Bond Legacy: Moonraker

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Bond was seriously embarrassed at not being the only one to go to the fancy dress party in a cheap knock-off Kill Bill outfit.

I knew this day would come eventually. The day when I would have to confront my deepest, darkest fear. The day when the truth would finally be revealed to me, when innocence would be stripped away and when some of the most treasured memories of my childhood would be held to close scrutiny, and may never be the same again. Yes, BlogalongaBond has finally reached Moonraker, and it’s time to face the facts: Moonraker was the first James Bond film I ever saw, and when I was a kid, it was my favourite Bond film.

I could sit here and make excuses, but when you think about it, Moonraker is the ideal Bond film for kids. Much of this is down to the direction that Jaws has been taken in, his seeming indestructibility taking the series past the point of self-parody to a point where nothing feels dangerous or serious any more. But it’s also ideal for those, like children, with short attention spans; forget the three act structure, you attempt to stitch a start, middle and end out of the plot and you’ll barely cover half the film. What’s painfully clear is that the film I enjoyed as a child leaves rather more to be desired as an adult.

Some of that is also down to Bond, and by that I mean the way he’s written as much as the way he’s performed. Roger Moore has the most famous arched eyebrow in movies, and here it’s in full effect. The script gives him plenty to react to, so Roger gets through a full range of expressions of surprise, from mild surprise to total astonishment with a side order of smug self-satisfaction to boot. But there’s also some issues around Bond’s competence; even if you have got a hang-glider in your boat, would you really drive headlong for a giant waterfall when you could just turn around and drive back the other way? And let’s not even talk about Bond’s repeated attempts to punch a man with giant metal dentures IN THE FACE.

You might think this is awful, but it's the most succesful Bond movie ever. Mmm, residuals.

There are some good moments (the opening sky dive – up to the point where Jaws attempts to open his parachute – and the cable car fight – up to the point where Jaws attempts to stop the cable car – are notable), but there are also some strange moments, not least when Bond rocks up at a cross between Logan’s Run and a Miss World pageant and gets strangled by a giant snake. Thankfully, it’s not a total write-off; as well as bearing the questionable legacy of being the Bond film that got me into Bond films, there are a few lasting legacies from the, erm, (counts on fingers) eleventh Bond film.

1. Space travel will be a reality in my lifetime

The space shuttle hadn't yet had its operation, and was mounting everything in sight.

If I had to list my top three methods of vehicular mobilisation for our hero, then slots one and two would have an Aston Martin and a Lotus in them. Slot three, though, would be a space shuttle. (I had all three in my toy box under the sideboard when I was a kid; not real ones, of course – that would have been silly.)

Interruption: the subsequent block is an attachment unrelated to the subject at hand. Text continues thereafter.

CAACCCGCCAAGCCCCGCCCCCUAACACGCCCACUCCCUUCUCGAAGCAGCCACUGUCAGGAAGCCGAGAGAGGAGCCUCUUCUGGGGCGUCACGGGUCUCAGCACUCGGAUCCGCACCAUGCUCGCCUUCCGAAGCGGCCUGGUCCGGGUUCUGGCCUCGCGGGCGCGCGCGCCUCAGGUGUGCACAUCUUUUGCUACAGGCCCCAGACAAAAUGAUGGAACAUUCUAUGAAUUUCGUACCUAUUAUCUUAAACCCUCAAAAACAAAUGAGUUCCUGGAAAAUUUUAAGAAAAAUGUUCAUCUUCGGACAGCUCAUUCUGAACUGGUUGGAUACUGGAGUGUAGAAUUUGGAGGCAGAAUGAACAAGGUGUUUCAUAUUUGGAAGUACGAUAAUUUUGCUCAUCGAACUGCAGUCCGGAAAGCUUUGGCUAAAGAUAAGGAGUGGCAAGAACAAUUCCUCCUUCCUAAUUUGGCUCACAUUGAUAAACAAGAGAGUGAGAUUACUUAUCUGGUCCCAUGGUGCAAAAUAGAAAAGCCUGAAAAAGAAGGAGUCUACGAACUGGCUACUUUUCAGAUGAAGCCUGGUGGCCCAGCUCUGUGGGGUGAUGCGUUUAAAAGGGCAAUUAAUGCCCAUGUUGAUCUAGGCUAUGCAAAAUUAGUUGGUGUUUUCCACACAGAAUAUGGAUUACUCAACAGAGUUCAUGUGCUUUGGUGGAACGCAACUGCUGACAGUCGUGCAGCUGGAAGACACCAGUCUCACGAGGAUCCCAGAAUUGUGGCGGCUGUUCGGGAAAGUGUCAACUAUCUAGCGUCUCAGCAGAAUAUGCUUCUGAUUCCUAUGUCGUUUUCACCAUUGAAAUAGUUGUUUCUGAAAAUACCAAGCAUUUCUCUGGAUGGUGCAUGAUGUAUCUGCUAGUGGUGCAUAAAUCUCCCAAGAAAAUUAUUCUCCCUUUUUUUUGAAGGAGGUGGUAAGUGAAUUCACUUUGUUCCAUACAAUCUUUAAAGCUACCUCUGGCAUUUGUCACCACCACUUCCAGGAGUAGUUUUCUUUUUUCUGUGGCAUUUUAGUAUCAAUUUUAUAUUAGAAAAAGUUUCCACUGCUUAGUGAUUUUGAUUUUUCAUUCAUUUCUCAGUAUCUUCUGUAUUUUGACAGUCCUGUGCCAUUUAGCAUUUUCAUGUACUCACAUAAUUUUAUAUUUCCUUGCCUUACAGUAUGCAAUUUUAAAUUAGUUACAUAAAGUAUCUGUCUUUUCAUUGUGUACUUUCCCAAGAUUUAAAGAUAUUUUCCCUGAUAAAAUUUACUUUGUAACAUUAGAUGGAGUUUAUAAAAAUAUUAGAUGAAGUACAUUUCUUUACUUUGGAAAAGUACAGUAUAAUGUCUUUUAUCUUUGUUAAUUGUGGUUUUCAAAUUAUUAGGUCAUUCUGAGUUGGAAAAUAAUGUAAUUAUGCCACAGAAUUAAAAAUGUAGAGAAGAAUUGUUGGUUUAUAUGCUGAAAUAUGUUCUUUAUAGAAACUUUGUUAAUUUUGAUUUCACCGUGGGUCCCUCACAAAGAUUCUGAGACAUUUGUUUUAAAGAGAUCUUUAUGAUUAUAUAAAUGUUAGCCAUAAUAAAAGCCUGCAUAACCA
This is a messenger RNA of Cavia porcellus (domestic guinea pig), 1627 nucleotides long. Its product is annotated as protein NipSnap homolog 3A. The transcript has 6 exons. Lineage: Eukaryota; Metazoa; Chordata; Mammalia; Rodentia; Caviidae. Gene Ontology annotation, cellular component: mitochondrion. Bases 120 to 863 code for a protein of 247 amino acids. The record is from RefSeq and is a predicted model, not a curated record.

Bond films have, especially more recently, wanted to be a reflection of modern technology and there’s no better example of the Bond movies being one step ahead of the real world than the use of the giant white space rockets. They’ve also given rise to the most unlikely trilogy in the world: The Space Shuttle Trilogy, consisting of Moonraker, Space Camp and Space Cowboys (all three of which would have been suitable titles for this film).

Sadly the space shuttles are no more, and their thirty year legacy has come to an end, and if I ever do get into space it’ll be in something a lot less classy – but if easySpace exists in my lifetime, I’m not proud.

2. Jaws 2: The Revenge

Despite his incredible stature, Jaws was surprisingly good at the game of Statues.

For the second time in the Seventies, a character made enough of an impact to be asked back again. (What’s this, Evangelist, I hear you cry? How can this be a legacy if it’s been done before?) I’ve already made reference to it, but Moonraker is the film that brought back a character, and in the process not only diminished the current film, but also unfairly tarnished the memory of the previous one as well. It’s now impossible to watch the Bond films in order without feeling a creeping sense of dread whenever Jaws is on screen in The Spy Who Loved Me at what’s to come. You would also be entirely within your rights to have developed an irrational hatred of pig tails while watching Moonraker, although maybe it’s not so irrational.

And that’s it. Slim pickings, but there’s still some moderate Moore to come. Keep the faith, people.

Next month: Bond drives a Citroen 2CV. Actually, forget the faith, abandon all hope, or just go and hide in a hole until Dalton gets here. It’s For Your Eyes Only.